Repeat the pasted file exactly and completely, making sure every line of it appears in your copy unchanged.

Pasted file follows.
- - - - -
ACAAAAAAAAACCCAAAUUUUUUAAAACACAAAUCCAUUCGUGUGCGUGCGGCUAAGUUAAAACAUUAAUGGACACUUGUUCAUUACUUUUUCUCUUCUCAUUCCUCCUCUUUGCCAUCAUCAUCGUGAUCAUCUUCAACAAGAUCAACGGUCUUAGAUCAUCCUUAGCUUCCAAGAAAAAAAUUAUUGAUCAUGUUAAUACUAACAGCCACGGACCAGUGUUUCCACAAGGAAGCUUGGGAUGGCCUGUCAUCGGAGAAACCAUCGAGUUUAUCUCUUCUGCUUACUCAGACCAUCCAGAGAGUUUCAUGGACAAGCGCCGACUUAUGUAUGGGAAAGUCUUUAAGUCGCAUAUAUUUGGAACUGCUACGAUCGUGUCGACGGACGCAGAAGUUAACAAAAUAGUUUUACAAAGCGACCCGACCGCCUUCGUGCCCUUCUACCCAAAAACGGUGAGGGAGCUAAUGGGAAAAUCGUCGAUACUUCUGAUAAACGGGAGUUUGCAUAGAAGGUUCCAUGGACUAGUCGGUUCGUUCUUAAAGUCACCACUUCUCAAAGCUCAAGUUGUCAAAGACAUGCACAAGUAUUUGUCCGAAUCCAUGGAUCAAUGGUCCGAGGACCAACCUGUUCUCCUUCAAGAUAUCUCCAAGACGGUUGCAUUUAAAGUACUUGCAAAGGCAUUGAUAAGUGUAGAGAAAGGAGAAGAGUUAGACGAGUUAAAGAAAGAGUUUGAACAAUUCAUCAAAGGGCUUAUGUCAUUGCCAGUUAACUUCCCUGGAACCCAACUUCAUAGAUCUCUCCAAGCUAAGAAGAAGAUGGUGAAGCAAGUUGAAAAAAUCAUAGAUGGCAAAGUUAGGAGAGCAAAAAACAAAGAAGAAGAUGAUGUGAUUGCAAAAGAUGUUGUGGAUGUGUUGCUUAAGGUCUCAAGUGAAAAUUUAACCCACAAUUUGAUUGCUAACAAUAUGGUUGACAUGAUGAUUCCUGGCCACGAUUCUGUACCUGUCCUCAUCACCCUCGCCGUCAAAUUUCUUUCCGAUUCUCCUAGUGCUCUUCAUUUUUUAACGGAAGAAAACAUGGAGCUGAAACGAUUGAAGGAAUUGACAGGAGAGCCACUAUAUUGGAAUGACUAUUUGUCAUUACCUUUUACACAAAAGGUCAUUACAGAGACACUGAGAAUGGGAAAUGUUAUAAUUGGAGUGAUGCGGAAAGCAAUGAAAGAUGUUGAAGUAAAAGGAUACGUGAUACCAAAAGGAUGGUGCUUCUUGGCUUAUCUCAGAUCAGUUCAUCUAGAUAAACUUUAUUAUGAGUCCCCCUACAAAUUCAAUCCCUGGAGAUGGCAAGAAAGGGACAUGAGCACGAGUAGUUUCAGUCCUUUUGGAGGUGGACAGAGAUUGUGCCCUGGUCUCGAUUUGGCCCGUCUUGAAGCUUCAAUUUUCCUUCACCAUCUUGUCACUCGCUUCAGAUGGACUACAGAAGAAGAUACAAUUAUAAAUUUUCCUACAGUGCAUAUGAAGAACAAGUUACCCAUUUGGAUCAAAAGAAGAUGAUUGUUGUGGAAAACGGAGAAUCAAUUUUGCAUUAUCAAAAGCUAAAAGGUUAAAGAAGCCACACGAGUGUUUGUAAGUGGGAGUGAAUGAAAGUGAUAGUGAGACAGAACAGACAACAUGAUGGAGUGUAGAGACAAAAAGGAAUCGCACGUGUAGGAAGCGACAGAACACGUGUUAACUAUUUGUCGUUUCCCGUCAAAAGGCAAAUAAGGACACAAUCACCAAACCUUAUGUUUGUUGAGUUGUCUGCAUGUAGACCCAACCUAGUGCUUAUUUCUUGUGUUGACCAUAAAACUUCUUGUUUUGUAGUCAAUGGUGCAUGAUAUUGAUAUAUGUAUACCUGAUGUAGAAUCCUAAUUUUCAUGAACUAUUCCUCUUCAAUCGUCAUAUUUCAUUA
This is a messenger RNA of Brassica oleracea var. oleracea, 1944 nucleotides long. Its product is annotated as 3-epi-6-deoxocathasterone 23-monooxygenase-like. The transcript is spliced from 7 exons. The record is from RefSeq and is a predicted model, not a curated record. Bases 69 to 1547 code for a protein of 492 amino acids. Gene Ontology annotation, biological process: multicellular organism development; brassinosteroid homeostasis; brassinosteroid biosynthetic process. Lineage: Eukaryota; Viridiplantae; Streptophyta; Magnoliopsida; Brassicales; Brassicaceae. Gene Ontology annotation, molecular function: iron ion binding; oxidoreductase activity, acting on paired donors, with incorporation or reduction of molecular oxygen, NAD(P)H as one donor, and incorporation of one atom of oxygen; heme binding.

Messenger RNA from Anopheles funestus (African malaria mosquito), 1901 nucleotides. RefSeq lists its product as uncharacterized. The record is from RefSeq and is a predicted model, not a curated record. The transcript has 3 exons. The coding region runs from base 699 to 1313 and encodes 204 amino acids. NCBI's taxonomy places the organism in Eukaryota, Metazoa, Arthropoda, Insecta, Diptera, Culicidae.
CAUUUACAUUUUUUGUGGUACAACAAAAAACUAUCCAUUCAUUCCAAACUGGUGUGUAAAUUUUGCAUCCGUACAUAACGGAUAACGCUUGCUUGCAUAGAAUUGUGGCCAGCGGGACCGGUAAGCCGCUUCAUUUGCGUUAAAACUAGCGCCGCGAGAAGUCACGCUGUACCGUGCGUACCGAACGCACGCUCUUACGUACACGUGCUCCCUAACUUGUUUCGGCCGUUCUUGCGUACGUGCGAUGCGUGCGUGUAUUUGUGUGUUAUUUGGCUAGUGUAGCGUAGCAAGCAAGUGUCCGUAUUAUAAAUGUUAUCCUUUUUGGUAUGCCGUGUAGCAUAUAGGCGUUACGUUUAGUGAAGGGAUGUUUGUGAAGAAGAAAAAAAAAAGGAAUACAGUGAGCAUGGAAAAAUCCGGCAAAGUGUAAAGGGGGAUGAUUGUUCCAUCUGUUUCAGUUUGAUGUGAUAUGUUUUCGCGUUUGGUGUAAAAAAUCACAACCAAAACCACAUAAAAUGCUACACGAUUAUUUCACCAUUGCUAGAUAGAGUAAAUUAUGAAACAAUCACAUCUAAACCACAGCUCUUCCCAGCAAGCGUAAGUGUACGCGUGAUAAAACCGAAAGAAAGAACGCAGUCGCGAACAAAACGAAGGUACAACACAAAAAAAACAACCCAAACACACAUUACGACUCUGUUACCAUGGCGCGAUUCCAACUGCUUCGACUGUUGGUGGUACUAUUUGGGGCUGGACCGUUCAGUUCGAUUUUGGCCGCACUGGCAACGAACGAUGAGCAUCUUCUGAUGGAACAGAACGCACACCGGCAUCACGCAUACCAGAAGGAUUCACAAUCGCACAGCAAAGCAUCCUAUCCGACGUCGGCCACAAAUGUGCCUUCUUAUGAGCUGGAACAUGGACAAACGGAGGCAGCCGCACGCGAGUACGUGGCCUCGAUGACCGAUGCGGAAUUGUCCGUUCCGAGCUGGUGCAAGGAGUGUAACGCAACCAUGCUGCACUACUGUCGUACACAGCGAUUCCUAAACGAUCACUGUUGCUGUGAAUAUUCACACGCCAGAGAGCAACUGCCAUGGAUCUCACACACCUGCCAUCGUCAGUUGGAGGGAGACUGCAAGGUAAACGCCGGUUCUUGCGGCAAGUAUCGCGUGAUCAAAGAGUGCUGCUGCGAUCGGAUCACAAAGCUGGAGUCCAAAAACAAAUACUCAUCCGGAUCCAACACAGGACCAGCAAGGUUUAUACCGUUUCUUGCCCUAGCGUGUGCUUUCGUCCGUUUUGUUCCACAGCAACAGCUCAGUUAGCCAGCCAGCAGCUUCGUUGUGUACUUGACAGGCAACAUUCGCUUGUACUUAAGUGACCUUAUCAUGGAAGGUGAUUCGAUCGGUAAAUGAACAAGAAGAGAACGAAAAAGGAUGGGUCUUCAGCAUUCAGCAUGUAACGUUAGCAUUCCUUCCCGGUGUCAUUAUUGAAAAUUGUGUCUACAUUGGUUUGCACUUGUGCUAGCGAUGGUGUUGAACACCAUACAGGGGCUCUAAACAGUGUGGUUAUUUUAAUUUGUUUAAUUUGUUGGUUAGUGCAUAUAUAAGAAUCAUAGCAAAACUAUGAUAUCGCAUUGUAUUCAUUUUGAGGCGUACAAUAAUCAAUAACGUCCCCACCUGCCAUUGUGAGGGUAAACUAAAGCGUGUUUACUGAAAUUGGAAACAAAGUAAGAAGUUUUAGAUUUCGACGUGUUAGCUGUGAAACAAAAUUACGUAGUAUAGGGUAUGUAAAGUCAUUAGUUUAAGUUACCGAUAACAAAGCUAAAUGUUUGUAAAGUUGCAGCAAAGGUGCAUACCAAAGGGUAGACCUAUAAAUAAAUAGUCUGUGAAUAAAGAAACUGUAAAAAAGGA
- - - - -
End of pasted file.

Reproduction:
ACAAAAAAAAACCCAAAUUUUUUAAAACACAAAUCCAUUCGUGUGCGUGCGGCUAAGUUAAAACAUUAAUGGACACUUGUUCAUUACUUUUUCUCUUCUCAUUCCUCCUCUUUGCCAUCAUCAUCGUGAUCAUCUUCAACAAGAUCAACGGUCUUAGAUCAUCCUUAGCUUCCAAGAAAAAAAUUAUUGAUCAUGUUAAUACUAACAGCCACGGACCAGUGUUUCCACAAGGAAGCUUGGGAUGGCCUGUCAUCGGAGAAACCAUCGAGUUUAUCUCUUCUGCUUACUCAGACCAUCCAGAGAGUUUCAUGGACAAGCGCCGACUUAUGUAUGGGAAAGUCUUUAAGUCGCAUAUAUUUGGAACUGCUACGAUCGUGUCGACGGACGCAGAAGUUAACAAAAUAGUUUUACAAAGCGACCCGACCGCCUUCGUGCCCUUCUACCCAAAAACGGUGAGGGAGCUAAUGGGAAAAUCGUCGAUACUUCUGAUAAACGGGAGUUUGCAUAGAAGGUUCCAUGGACUAGUCGGUUCGUUCUUAAAGUCACCACUUCUCAAAGCUCAAGUUGUCAAAGACAUGCACAAGUAUUUGUCCGAAUCCAUGGAUCAAUGGUCCGAGGACCAACCUGUUCUCCUUCAAGAUAUCUCCAAGACGGUUGCAUUUAAAGUACUUGCAAAGGCAUUGAUAAGUGUAGAGAAAGGAGAAGAGUUAGACGAGUUAAAGAAAGAGUUUGAACAAUUCAUCAAAGGGCUUAUGUCAUUGCCAGUUAACUUCCCUGGAACCCAACUUCAUAGAUCUCUCCAAGCUAAGAAGAAGAUGGUGAAGCAAGUUGAAAAAAUCAUAGAUGGCAAAGUUAGGAGAGCAAAAAACAAAGAAGAAGAUGAUGUGAUUGCAAAAGAUGUUGUGGAUGUGUUGCUUAAGGUCUCAAGUGAAAAUUUAACCCACAAUUUGAUUGCUAACAAUAUGGUUGACAUGAUGAUUCCUGGCCACGAUUCUGUACCUGUCCUCAUCACCCUCGCCGUCAAAUUUCUUUCCGAUUCUCCUAGUGCUCUUCAUUUUUUAACGGAAGAAAACAUGGAGCUGAAACGAUUGAAGGAAUUGACAGGAGAGCCACUAUAUUGGAAUGACUAUUUGUCAUUACCUUUUACACAAAAGGUCAUUACAGAGACACUGAGAAUGGGAAAUGUUAUAAUUGGAGUGAUGCGGAAAGCAAUGAAAGAUGUUGAAGUAAAAGGAUACGUGAUACCAAAAGGAUGGUGCUUCUUGGCUUAUCUCAGAUCAGUUCAUCUAGAUAAACUUUAUUAUGAGUCCCCCUACAAAUUCAAUCCCUGGAGAUGGCAAGAAAGGGACAUGAGCACGAGUAGUUUCAGUCCUUUUGGAGGUGGACAGAGAUUGUGCCCUGGUCUCGAUUUGGCCCGUCUUGAAGCUUCAAUUUUCCUUCACCAUCUUGUCACUCGCUUCAGAUGGACUACAGAAGAAGAUACAAUUAUAAAUUUUCCUACAGUGCAUAUGAAGAACAAGUUACCCAUUUGGAUCAAAAGAAGAUGAUUGUUGUGGAAAACGGAGAAUCAAUUUUGCAUUAUCAAAAGCUAAAAGGUUAAAGAAGCCACACGAGUGUUUGUAAGUGGGAGUGAAUGAAAGUGAUAGUGAGACAGAACAGACAACAUGAUGGAGUGUAGAGACAAAAAGGAAUCGCACGUGUAGGAAGCGACAGAACACGUGUUAACUAUUUGUCGUUUCCCGUCAAAAGGCAAAUAAGGACACAAUCACCAAACCUUAUGUUUGUUGAGUUGUCUGCAUGUAGACCCAACCUAGUGCUUAUUUCUUGUGUUGACCAUAAAACUUCUUGUUUUGUAGUCAAUGGUGCAUGAUAUUGAUAUAUGUAUACCUGAUGUAGAAUCCUAAUUUUCAUGAACUAUUCCUCUUCAAUCGUCAUAUUUCAUUA
This is a messenger RNA of Brassica oleracea var. oleracea, 1944 nucleotides long. Its product is annotated as 3-epi-6-deoxocathasterone 23-monooxygenase-like. The transcript is spliced from 7 exons. The record is from RefSeq and is a predicted model, not a curated record. Bases 69 to 1547 code for a protein of 492 amino acids. Gene Ontology annotation, biological process: multicellular organism development; brassinosteroid homeostasis; brassinosteroid biosynthetic process. Lineage: Eukaryota; Viridiplantae; Streptophyta; Magnoliopsida; Brassicales; Brassicaceae. Gene Ontology annotation, molecular function: iron ion binding; oxidoreductase activity, acting on paired donors, with incorporation or reduction of molecular oxygen, NAD(P)H as one donor, and incorporation of one atom of oxygen; heme binding.

Messenger RNA from Anopheles funestus (African malaria mosquito), 1901 nucleotides. RefSeq lists its product as uncharacterized. The record is from RefSeq and is a predicted model, not a curated record. The transcript has 3 exons. The coding region runs from base 699 to 1313 and encodes 204 amino acids. NCBI's taxonomy places the organism in Eukaryota, Metazoa, Arthropoda, Insecta, Diptera, Culicidae.
CAUUUACAUUUUUUGUGGUACAACAAAAAACUAUCCAUUCAUUCCAAACUGGUGUGUAAAUUUUGCAUCCGUACAUAACGGAUAACGCUUGCUUGCAUAGAAUUGUGGCCAGCGGGACCGGUAAGCCGCUUCAUUUGCGUUAAAACUAGCGCCGCGAGAAGUCACGCUGUACCGUGCGUACCGAACGCACGCUCUUACGUACACGUGCUCCCUAACUUGUUUCGGCCGUUCUUGCGUACGUGCGAUGCGUGCGUGUAUUUGUGUGUUAUUUGGCUAGUGUAGCGUAGCAAGCAAGUGUCCGUAUUAUAAAUGUUAUCCUUUUUGGUAUGCCGUGUAGCAUAUAGGCGUUACGUUUAGUGAAGGGAUGUUUGUGAAGAAGAAAAAAAAAAGGAAUACAGUGAGCAUGGAAAAAUCCGGCAAAGUGUAAAGGGGGAUGAUUGUUCCAUCUGUUUCAGUUUGAUGUGAUAUGUUUUCGCGUUUGGUGUAAAAAAUCACAACCAAAACCACAUAAAAUGCUACACGAUUAUUUCACCAUUGCUAGAUAGAGUAAAUUAUGAAACAAUCACAUCUAAACCACAGCUCUUCCCAGCAAGCGUAAGUGUACGCGUGAUAAAACCGAAAGAAAGAACGCAGUCGCGAACAAAACGAAGGUACAACACAAAAAAAACAACCCAAACACACAUUACGACUCUGUUACCAUGGCGCGAUUCCAACUGCUUCGACUGUUGGUGGUACUAUUUGGGGCUGGACCGUUCAGUUCGAUUUUGGCCGCACUGGCAACGAACGAUGAGCAUCUUCUGAUGGAACAGAACGCACACCGGCAUCACGCAUACCAGAAGGAUUCACAAUCGCACAGCAAAGCAUCCUAUCCGACGUCGGCCACAAAUGUGCCUUCUUAUGAGCUGGAACAUGGACAAACGGAGGCAGCCGCACGCGAGUACGUGGCCUCGAUGACCGAUGCGGAAUUGUCCGUUCCGAGCUGGUGCAAGGAGUGUAACGCAACCAUGCUGCACUACUGUCGUACACAGCGAUUCCUAAACGAUCACUGUUGCUGUGAAUAUUCACACGCCAGAGAGCAACUGCCAUGGAUCUCACACACCUGCCAUCGUCAGUUGGAGGGAGACUGCAAGGUAAACGCCGGUUCUUGCGGCAAGUAUCGCGUGAUCAAAGAGUGCUGCUGCGAUCGGAUCACAAAGCUGGAGUCCAAAAACAAAUACUCAUCCGGAUCCAACACAGGACCAGCAAGGUUUAUACCGUUUCUUGCCCUAGCGUGUGCUUUCGUCCGUUUUGUUCCACAGCAACAGCUCAGUUAGCCAGCCAGCAGCUUCGUUGUGUACUUGACAGGCAACAUUCGCUUGUACUUAAGUGACCUUAUCAUGGAAGGUGAUUCGAUCGGUAAAUGAACAAGAAGAGAACGAAAAAGGAUGGGUCUUCAGCAUUCAGCAUGUAACGUUAGCAUUCCUUCCCGGUGUCAUUAUUGAAAAUUGUGUCUACAUUGGUUUGCACUUGUGCUAGCGAUGGUGUUGAACACCAUACAGGGGCUCUAAACAGUGUGGUUAUUUUAAUUUGUUUAAUUUGUUGGUUAGUGCAUAUAUAAGAAUCAUAGCAAAACUAUGAUAUCGCAUUGUAUUCAUUUUGAGGCGUACAAUAAUCAAUAACGUCCCCACCUGCCAUUGUGAGGGUAAACUAAAGCGUGUUUACUGAAAUUGGAAACAAAGUAAGAAGUUUUAGAUUUCGACGUGUUAGCUGUGAAACAAAAUUACGUAGUAUAGGGUAUGUAAAGUCAUUAGUUUAAGUUACCGAUAACAAAGCUAAAUGUUUGUAAAGUUGCAGCAAAGGUGCAUACCAAAGGGUAGACCUAUAAAUAAAUAGUCUGUGAAUAAAGAAACUGUAAAAAAGGA